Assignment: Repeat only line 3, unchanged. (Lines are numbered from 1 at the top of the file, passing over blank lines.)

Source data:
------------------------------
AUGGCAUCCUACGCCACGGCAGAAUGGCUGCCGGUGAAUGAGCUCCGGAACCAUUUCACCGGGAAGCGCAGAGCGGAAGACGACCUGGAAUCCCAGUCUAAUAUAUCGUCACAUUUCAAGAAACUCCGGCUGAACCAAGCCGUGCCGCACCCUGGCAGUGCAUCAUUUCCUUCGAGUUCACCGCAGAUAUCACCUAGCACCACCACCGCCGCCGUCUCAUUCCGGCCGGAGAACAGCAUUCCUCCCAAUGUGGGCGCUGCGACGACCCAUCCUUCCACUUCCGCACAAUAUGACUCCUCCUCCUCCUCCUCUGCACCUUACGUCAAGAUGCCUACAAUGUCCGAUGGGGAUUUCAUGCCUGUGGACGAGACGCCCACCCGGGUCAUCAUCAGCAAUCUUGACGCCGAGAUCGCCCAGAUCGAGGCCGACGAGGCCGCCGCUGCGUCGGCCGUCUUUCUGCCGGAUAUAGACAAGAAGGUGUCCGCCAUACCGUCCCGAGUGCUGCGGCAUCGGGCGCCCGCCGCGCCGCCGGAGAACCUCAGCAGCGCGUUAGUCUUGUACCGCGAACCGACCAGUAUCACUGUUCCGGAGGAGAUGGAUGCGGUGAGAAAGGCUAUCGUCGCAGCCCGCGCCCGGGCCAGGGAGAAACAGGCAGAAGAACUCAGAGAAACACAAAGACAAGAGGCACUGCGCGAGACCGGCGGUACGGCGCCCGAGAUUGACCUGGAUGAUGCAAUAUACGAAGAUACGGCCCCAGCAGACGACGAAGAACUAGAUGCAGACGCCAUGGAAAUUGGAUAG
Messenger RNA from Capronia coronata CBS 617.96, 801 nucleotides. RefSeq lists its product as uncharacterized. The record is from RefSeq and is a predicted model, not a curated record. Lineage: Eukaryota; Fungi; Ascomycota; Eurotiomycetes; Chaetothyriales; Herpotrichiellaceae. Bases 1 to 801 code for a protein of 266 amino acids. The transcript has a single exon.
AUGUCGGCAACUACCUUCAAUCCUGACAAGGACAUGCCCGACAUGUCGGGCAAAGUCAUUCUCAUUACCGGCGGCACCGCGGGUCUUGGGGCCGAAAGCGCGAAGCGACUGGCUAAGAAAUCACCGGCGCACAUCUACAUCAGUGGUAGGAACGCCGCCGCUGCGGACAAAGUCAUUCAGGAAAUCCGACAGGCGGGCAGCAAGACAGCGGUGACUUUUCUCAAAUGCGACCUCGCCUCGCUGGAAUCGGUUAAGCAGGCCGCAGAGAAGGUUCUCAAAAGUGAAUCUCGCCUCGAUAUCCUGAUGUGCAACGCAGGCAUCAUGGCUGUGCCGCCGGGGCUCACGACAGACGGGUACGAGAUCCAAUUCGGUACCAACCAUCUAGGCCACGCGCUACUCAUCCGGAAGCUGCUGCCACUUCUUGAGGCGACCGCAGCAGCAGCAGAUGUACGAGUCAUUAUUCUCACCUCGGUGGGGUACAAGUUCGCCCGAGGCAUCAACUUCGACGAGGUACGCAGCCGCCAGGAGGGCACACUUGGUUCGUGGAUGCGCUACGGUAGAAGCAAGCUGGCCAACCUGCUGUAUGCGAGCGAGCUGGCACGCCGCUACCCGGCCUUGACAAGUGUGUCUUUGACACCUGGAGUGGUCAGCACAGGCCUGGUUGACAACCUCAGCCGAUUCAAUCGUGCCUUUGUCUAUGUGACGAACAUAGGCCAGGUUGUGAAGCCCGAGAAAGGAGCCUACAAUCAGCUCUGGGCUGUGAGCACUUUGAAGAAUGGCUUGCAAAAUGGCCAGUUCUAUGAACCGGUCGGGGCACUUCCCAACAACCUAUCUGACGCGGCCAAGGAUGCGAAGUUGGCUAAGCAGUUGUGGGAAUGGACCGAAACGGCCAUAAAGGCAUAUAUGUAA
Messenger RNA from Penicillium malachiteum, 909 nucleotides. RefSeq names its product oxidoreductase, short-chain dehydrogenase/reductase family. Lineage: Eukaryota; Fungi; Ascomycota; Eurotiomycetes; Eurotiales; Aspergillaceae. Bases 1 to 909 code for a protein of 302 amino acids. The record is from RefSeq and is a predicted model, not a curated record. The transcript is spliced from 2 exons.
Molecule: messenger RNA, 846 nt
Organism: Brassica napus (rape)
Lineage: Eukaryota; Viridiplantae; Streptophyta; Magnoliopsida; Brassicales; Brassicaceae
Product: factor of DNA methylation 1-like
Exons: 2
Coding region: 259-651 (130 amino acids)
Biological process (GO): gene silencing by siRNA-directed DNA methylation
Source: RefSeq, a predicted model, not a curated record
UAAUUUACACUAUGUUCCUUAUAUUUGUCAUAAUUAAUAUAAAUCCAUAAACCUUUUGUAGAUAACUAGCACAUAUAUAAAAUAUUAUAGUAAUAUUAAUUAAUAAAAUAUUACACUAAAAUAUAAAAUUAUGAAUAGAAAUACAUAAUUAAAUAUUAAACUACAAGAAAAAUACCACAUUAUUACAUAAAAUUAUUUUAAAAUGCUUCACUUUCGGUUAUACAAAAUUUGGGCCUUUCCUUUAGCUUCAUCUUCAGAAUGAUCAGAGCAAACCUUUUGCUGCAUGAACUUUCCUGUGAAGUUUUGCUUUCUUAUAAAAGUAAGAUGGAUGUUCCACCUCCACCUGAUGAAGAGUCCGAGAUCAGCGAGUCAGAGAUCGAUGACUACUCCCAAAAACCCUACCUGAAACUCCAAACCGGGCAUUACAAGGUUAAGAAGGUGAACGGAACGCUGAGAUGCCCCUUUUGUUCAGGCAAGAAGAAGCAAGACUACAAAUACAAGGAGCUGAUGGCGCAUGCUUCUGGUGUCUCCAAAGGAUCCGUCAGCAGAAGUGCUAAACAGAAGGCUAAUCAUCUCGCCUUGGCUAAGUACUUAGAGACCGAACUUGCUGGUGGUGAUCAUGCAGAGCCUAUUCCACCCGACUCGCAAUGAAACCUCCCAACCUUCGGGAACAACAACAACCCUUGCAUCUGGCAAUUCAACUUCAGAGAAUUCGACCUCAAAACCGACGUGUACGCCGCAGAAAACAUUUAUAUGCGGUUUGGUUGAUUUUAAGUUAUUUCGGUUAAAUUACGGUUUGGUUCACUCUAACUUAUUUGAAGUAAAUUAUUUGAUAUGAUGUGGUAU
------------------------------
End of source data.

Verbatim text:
AUGUCGGCAACUACCUUCAAUCCUGACAAGGACAUGCCCGACAUGUCGGGCAAAGUCAUUCUCAUUACCGGCGGCACCGCGGGUCUUGGGGCCGAAAGCGCGAAGCGACUGGCUAAGAAAUCACCGGCGCACAUCUACAUCAGUGGUAGGAACGCCGCCGCUGCGGACAAAGUCAUUCAGGAAAUCCGACAGGCGGGCAGCAAGACAGCGGUGACUUUUCUCAAAUGCGACCUCGCCUCGCUGGAAUCGGUUAAGCAGGCCGCAGAGAAGGUUCUCAAAAGUGAAUCUCGCCUCGAUAUCCUGAUGUGCAACGCAGGCAUCAUGGCUGUGCCGCCGGGGCUCACGACAGACGGGUACGAGAUCCAAUUCGGUACCAACCAUCUAGGCCACGCGCUACUCAUCCGGAAGCUGCUGCCACUUCUUGAGGCGACCGCAGCAGCAGCAGAUGUACGAGUCAUUAUUCUCACCUCGGUGGGGUACAAGUUCGCCCGAGGCAUCAACUUCGACGAGGUACGCAGCCGCCAGGAGGGCACACUUGGUUCGUGGAUGCGCUACGGUAGAAGCAAGCUGGCCAACCUGCUGUAUGCGAGCGAGCUGGCACGCCGCUACCCGGCCUUGACAAGUGUGUCUUUGACACCUGGAGUGGUCAGCACAGGCCUGGUUGACAACCUCAGCCGAUUCAAUCGUGCCUUUGUCUAUGUGACGAACAUAGGCCAGGUUGUGAAGCCCGAGAAAGGAGCCUACAAUCAGCUCUGGGCUGUGAGCACUUUGAAGAAUGGCUUGCAAAAUGGCCAGUUCUAUGAACCGGUCGGGGCACUUCCCAACAACCUAUCUGACGCGGCCAAGGAUGCGAAGUUGGCUAAGCAGUUGUGGGAAUGGACCGAAACGGCCAUAAAGGCAUAUAUGUAA